I’m sure this is a question many athletes have thought over at some point:
When tackling a course that is hilly and/or windy do you…
a) Try and maintain a constant effort/power—which would result in greater pace/speed fluctuations.
b) Try and maintain a constant pace/speed—which would then produce a more variable effort/power profile.
Based on mathematical modelling, the latter option seems to be advised20,21,23. That is, performance should be enhanced by efforts to maintain a constant speed, for cyclists at least.
NB: The resultant changes in effort/power may only be tolerable in the range of about ±5%22. For example, increasing power by 5% into a headwind (relative to the average), then decreasing it by 5% with a tailwind.
I’ve described some general principles for pacing according to event duration but, as with all things, there is rarely ever a ‘one size fits all’ answer. The best advice will always be to experiment with different strategies in training. Just as with any scientific study: control for as many confounding variables as you can, collect data, analyse, and repeat.
- Billat V, Petot H, Karp JR, Sarre G, Morton RH, Mille-Hamard L. The sustainability of VO2max: effect of decreasing the workload. Eur J. Appl. Physiol. 113: 385–394, 2013.
- Jones AM, Wilkerson DP, Vanhatalo A, Burnley M. Influence of pacing strategy on O2 uptake and exercise tolerance. Scand. J. Med. Sci. Sports 18: 615–626, 2008.
- Aisbett B, Lerossignol P, Mcconell GK, Abbiss CR, Snow R. Influence of all-out and fast start on 5-min cycling time trial performance. Med. Sci. Sports Exerc. 41: 1965–1971, 2009.
- Bailey SJ, Vanhatalo A, Dimenna FJ, Wilkerson DP, Jones AM. Fast-start strategy improves VO2 kinetics and high-intensity exercise performance. Med. Sci. Sports Exerc. 43: 457–467, 2011.
- Bishop D, Bonetti D, Dawson B. The influence of pacing strategy on VO2 and supramaximal kayak performance. Med. Sci. Sports Exerc. 34: 1041–1047, 2002.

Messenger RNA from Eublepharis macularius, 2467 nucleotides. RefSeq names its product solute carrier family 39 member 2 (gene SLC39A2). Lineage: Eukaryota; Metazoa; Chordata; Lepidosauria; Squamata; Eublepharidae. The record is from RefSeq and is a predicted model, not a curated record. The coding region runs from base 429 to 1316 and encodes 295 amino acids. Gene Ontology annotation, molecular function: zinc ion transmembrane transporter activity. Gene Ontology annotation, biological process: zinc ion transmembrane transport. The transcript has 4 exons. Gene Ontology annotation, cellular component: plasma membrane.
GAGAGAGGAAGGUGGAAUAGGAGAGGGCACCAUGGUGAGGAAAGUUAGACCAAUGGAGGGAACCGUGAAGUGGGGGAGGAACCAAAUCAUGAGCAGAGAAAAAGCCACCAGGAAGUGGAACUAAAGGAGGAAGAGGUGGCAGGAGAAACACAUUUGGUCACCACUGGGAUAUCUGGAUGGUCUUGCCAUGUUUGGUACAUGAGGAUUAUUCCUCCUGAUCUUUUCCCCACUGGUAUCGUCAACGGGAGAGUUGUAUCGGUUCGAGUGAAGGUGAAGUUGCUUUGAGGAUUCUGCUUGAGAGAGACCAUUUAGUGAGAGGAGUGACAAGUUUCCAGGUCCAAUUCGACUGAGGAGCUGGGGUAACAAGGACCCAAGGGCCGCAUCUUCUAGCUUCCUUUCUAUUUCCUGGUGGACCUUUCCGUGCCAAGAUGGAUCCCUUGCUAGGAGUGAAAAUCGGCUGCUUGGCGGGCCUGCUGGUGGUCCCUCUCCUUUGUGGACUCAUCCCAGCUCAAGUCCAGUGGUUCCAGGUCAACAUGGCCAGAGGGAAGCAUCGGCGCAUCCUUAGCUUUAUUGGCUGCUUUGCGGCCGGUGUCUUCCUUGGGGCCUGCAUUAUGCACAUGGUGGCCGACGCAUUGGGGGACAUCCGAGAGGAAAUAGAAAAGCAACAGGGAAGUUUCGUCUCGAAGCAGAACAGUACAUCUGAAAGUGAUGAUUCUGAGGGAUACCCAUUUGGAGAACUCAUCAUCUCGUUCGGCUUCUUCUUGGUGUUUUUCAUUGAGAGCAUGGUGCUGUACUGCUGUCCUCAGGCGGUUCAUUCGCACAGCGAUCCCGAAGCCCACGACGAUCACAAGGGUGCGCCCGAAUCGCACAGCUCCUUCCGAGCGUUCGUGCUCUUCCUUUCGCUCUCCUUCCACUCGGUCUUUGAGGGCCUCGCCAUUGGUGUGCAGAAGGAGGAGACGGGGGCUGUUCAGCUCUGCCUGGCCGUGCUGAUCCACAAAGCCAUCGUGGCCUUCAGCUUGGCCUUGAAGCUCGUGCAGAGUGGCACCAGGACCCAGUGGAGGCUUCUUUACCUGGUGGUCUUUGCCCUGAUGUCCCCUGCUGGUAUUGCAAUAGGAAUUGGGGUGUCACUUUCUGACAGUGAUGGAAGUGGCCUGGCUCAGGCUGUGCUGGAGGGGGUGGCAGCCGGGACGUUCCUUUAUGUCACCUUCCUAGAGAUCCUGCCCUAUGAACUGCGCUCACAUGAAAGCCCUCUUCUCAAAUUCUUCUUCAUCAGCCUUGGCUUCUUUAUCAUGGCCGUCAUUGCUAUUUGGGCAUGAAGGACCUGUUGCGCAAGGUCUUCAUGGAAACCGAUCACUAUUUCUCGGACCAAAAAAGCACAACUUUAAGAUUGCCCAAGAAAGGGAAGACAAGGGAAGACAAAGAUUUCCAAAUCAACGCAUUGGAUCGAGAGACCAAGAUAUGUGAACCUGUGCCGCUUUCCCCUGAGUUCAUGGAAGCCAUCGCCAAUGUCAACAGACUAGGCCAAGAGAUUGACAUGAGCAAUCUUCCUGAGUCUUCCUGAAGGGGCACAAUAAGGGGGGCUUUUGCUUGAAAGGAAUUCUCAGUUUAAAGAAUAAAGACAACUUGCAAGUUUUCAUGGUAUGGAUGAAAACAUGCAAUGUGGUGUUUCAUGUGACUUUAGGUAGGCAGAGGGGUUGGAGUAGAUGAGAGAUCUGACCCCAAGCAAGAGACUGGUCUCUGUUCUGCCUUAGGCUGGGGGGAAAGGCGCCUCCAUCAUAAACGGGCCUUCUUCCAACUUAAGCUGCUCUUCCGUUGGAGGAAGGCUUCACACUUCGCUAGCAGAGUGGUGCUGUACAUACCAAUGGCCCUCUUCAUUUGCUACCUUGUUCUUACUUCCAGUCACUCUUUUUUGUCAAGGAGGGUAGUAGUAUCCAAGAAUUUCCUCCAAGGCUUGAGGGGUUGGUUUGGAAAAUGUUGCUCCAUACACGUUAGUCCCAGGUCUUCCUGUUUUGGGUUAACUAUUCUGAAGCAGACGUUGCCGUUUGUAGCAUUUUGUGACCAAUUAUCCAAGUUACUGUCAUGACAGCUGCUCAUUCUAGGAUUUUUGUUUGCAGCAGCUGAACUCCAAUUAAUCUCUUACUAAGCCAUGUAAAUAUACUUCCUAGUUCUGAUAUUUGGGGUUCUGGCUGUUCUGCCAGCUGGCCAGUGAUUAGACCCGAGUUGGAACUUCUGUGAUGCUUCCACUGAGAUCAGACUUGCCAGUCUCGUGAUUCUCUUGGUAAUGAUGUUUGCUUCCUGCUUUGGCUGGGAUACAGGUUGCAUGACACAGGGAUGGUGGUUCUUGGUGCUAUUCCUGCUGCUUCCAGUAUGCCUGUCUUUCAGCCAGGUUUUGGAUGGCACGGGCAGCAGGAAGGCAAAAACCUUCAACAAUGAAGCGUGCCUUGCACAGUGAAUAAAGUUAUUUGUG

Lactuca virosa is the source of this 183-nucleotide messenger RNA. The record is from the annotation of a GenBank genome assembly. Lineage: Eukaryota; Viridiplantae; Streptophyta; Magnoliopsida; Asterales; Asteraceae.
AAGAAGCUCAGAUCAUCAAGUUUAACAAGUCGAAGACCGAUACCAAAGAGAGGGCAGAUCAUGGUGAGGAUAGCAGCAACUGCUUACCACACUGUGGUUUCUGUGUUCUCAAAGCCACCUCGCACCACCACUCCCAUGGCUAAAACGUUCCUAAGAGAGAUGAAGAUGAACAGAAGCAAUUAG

- Burnley M, Jones AM. Oxygen uptake kinetics as a determinant of sports performance. European Journal of Sport Science 7: 63–79, 2007.
- De Koning JJ, Bobbert MF, Foster C. Determination of optimal pacing strategy in track cycling with an energy flow model. Journal of Science and Medicine in Sport 2: 266–277, 1999.
- Abbiss CR, Laursen PB. Describing and understanding pacing strategies during athletic competition. Sports Med. 38: 239–252, 2008.
- Mattern CO, Kenefick R, Kertzer R, Quinn T. Impact of starting strategy on cycling performance. International Journal of Sports Medicine 22: 350–355, 2001.
- Abbiss C, Peiffer J, Wall B, Martin D Laursen P. Influence of starting strategy on cycling time trial performance in the heat. International Journal of Sports Medicine 30: 188–93, 2009.
- Gosztyla AE, Edwards DG, Quinn TJ, Kenefick R. The impact of different pacing strategies on five-kilometer running time trial performance. J. Strength Cond. Res. 20: 882–886, 2006.
- Tucker R, Lambert MI, Noakes TD. An analysis of pacing strategies during men’s world-record performances in track athletics. Int. J. Sports Physiol. Perform. 1:233–45, 2006.
- Garland SW. An analysis of the pacing strategy adopted by elite competitors in 2000 m rowing. British Journal of Sports Medicine 39: 39–42, 2005.
- Lima-Silva AE, Bertuzzi RC, Pires FO, Barros RV, Gagliardi, JF, Hammond J, Kiss MA, Bishop DJ. Effect of performance level on pacing strategy during a 10-km running race. Eur J. Appl. Physiol. 108: 1045–1053, 2010.
- Fukuba Y, Whipp BJ. A metabolic limit on the ability to make up for lost time in endurance events. J. Appl. Phsyiol. 87: 853–861, 1999.
- Jones, AM, Vanhatalo A, Burnley M, Morton RH, Poole DC. Critical power: implications for determination of VO2max and exercise tolerance. Med. Sci Sports Exerc. 42: 1876–1890, 2010.
- Swimswam.Com. 2012-last update, Sun Yang’s Olympic 1500 Splits & World Record Progression. Available: http://swimswam.com/sun-yangs-olympic-1500-splits-world-record-progression/.
- Carita RAC, Greco CC, Denadai BS. The Positive Effects of Priming Exercise on Oxygen Uptake Kinetics and High-Intensity Exercise Performance Are Not Magnified by a Fast-Start Pacing Strategy in Trained Cyclists. PloS one 9: e95202, 2014.
- Padilla S, Mujika I, Angulo F, Goiriena JJ. Scientific approach to the 1-h cycling world record: a case study. J. Appl. Physiol. 89: 1522–1527, 2000.
- Swain DP. A model for optimizing cycling performance by varying power on hills and in wind. Med. Sci Sports Exerc. 29: 1104–1108, 1997.
- Atkinson G, Brunskill A. Pacing strategies during a cycling time trial with simulated headwinds and tailwinds. Ergonomics 43: 1449–1460, 2000.
- Atkinson G, Peacock O, Gibson ASC, Tucker R. Distribution of power output during cycling. Sports Med. 37: 647–667, 2007.
- Atkinson G, Peacock O, Passfield L. Variable versus constant power strategies during cycling time-trials: prediction of time savings using an up-to-date mathematical model. Journal of Sports Sciences 25: 1001–1009, 2007.
- Foster C, Schrager M, Snyder AC, Thompson NN. Pacing strategy and athletic performance. Sports Med. 17: 77–85, 1994.